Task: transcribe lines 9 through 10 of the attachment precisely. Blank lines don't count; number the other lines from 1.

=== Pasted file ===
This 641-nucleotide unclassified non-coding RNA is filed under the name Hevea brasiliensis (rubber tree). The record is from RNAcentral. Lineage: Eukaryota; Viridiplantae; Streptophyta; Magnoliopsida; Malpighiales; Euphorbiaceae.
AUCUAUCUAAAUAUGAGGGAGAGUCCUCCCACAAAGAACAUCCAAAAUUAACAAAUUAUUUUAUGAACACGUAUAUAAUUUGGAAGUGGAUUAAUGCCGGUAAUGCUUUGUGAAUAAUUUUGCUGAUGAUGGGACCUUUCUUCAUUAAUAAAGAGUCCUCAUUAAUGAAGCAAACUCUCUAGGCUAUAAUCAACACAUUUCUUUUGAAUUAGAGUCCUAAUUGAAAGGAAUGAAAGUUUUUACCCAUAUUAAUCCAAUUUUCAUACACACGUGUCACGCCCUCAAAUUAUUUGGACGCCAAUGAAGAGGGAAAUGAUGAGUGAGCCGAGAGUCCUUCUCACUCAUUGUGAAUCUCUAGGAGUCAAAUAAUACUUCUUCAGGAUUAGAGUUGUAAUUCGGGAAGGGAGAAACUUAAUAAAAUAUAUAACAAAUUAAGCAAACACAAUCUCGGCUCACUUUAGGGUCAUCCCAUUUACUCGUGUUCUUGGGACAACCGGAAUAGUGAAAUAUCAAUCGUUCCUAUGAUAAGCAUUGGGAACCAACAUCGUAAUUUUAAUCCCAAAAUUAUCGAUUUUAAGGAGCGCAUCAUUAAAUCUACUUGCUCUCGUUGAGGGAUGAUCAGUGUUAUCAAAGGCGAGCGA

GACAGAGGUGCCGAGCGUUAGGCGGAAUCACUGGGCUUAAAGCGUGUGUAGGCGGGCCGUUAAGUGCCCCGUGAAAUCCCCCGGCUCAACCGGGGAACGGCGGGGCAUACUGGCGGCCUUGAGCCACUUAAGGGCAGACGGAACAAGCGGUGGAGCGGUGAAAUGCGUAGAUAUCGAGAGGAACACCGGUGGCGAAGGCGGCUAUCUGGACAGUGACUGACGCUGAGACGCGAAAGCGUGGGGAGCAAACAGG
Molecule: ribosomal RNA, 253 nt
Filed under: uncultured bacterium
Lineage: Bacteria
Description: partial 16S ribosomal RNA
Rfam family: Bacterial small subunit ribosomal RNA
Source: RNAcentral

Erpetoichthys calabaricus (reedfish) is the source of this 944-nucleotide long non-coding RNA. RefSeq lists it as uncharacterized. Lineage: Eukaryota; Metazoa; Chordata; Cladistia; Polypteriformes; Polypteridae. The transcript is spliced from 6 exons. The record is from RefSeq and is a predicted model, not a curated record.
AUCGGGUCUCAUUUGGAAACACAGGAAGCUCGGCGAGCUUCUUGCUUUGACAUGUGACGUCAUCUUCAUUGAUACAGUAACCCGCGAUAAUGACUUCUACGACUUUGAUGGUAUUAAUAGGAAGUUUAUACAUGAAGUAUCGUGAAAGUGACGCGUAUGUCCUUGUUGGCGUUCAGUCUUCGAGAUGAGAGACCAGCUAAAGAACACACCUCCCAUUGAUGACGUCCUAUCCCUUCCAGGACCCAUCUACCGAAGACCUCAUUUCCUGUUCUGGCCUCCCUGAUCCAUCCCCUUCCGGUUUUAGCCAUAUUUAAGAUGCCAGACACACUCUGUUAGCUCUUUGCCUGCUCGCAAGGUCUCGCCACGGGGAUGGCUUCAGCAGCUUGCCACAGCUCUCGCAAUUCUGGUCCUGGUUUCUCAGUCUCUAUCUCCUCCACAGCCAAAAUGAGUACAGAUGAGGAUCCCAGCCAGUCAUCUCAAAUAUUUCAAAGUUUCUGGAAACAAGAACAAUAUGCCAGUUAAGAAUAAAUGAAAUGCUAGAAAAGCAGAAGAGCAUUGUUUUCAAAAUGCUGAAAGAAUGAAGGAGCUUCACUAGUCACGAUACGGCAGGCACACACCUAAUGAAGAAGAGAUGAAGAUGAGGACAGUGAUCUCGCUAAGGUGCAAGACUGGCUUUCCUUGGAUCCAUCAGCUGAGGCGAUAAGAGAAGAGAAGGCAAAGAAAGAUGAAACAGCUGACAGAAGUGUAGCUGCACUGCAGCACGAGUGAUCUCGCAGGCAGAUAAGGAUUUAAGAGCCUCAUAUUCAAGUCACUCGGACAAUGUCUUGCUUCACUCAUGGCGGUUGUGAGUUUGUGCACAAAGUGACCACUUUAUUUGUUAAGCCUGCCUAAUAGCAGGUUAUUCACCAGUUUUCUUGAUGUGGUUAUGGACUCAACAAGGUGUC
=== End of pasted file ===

Source: RNAcentral

Erpetoichthys calabaricus (reedfish) is the source of this 944-nucleotide long non-coding RNA. RefSeq lists it as uncharacterized. Lineage: Eukaryota; Metazoa; Chordata; Cladistia; Polypteriformes; Polypteridae. The transcript is spliced from 6 exons. The record is from RefSeq and is a predicted model, not a curated record.